I write books for children and adults, and I’m usually working one or the other, or sometimes both.  At the moment, I have an adult nonfiction draft on my screen and parts of a children’s story in a folder on the side of my desk.  When might they be available?  I don’t know, as I haven’t finished them yet.  Sometime soon.  Fingers crossed.  Information about my previous books is available on my website.

Author Links: GoodReads | Twitter | Facebook | Website

A character-driven novel about the unlikely friendship between a 10-year-old boy and an elderly woman. The old woman badgers the boy into taking her sailing, but when the weather turns bad, it becomes a wild sail. It becomes the last trip before she goes into the hospital where she dies: but not before the two of them share memories of their last sail together. Hazel helps build the boy’s confidence during a tough time in his home life. Both moving and joyful, Into the Wind is a poignant story about loss and love in a boy’s life, and the surprising and sustaining bonds that can grow between the old and young.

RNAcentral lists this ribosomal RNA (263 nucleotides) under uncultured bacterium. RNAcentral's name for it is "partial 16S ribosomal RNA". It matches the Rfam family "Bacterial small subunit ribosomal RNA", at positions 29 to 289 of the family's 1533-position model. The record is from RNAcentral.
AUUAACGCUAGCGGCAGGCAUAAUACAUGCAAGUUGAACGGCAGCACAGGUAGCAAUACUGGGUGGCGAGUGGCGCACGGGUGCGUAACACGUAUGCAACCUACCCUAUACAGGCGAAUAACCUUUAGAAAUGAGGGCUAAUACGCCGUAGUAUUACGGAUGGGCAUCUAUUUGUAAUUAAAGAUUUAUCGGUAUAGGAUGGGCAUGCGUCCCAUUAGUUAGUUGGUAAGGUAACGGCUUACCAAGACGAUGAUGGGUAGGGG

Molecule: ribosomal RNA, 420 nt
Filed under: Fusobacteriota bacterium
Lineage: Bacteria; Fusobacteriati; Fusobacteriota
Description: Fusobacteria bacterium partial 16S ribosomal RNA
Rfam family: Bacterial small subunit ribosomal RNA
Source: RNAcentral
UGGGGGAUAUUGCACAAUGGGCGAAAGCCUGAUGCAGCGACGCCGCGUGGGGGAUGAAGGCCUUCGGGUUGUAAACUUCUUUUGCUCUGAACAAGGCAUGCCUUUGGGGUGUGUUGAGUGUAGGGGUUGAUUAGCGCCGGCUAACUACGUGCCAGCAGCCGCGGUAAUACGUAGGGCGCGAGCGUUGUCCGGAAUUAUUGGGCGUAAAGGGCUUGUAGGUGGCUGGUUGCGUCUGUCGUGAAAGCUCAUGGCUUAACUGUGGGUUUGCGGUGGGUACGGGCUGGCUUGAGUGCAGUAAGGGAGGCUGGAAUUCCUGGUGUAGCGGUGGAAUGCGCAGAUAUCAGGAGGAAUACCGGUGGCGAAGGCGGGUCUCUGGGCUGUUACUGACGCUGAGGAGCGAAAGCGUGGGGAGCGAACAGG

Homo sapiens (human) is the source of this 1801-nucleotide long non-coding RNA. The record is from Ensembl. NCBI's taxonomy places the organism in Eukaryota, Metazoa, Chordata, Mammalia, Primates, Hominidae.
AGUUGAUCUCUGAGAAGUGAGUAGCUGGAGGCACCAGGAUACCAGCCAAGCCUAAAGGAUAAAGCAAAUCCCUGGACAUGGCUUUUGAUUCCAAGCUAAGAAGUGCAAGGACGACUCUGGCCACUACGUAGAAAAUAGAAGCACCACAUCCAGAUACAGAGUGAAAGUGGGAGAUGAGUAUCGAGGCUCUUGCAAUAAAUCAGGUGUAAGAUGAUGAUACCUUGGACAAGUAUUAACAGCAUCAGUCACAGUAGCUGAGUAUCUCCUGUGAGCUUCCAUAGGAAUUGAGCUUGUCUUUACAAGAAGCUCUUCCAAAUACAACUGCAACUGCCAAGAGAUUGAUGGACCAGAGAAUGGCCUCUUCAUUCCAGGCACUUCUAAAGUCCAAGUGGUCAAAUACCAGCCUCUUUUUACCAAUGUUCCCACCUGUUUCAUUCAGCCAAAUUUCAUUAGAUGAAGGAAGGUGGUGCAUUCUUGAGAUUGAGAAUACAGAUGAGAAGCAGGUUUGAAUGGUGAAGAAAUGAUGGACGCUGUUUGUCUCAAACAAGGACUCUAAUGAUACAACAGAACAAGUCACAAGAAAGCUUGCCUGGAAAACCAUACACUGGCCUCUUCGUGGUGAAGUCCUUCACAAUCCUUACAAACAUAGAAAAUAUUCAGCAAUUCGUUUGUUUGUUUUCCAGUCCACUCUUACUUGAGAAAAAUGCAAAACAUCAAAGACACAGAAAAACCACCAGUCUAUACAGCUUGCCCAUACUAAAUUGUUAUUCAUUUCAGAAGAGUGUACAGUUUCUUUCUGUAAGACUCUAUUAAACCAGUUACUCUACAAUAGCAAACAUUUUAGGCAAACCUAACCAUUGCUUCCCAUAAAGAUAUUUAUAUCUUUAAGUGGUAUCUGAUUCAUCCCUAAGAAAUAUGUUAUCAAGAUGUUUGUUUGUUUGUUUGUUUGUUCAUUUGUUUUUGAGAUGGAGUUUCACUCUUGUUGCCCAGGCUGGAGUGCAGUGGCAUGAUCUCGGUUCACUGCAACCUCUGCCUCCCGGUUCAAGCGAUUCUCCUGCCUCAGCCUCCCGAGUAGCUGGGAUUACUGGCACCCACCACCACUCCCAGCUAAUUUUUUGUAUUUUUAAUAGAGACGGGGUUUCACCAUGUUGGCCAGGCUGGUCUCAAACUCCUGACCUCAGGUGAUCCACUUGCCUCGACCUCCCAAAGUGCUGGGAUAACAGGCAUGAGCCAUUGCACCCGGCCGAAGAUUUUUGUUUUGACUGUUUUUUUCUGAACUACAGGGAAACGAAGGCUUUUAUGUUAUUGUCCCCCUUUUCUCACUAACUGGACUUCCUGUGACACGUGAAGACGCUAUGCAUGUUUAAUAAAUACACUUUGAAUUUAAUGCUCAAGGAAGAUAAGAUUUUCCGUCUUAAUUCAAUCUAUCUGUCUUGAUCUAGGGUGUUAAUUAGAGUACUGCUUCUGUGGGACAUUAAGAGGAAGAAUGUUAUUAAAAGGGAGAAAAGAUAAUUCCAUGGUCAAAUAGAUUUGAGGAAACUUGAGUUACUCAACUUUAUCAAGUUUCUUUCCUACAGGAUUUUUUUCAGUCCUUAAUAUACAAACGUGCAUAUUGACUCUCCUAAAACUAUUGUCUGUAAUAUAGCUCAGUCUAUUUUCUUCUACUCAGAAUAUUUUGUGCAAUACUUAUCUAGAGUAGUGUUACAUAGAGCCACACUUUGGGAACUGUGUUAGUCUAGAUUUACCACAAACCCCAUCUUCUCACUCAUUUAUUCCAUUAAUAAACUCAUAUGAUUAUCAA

A Big Part Of My Own Story

Kendall T. Newell Author Interview

A Star Upon a Dream follows a discouraged young girl who tries to discover what her dream job is and finds renewed confidence from her father. What was the inspiration for your story?

The inspiration behind the story is connected with my own personal story. Children are like sponges; they soak up everything. The people they are surrounded with can make or break that child. Having strong adult figures in a child’s life really is powerful. I have a supportive family along with great teachers and coaches. Without them, I would have given up for sure.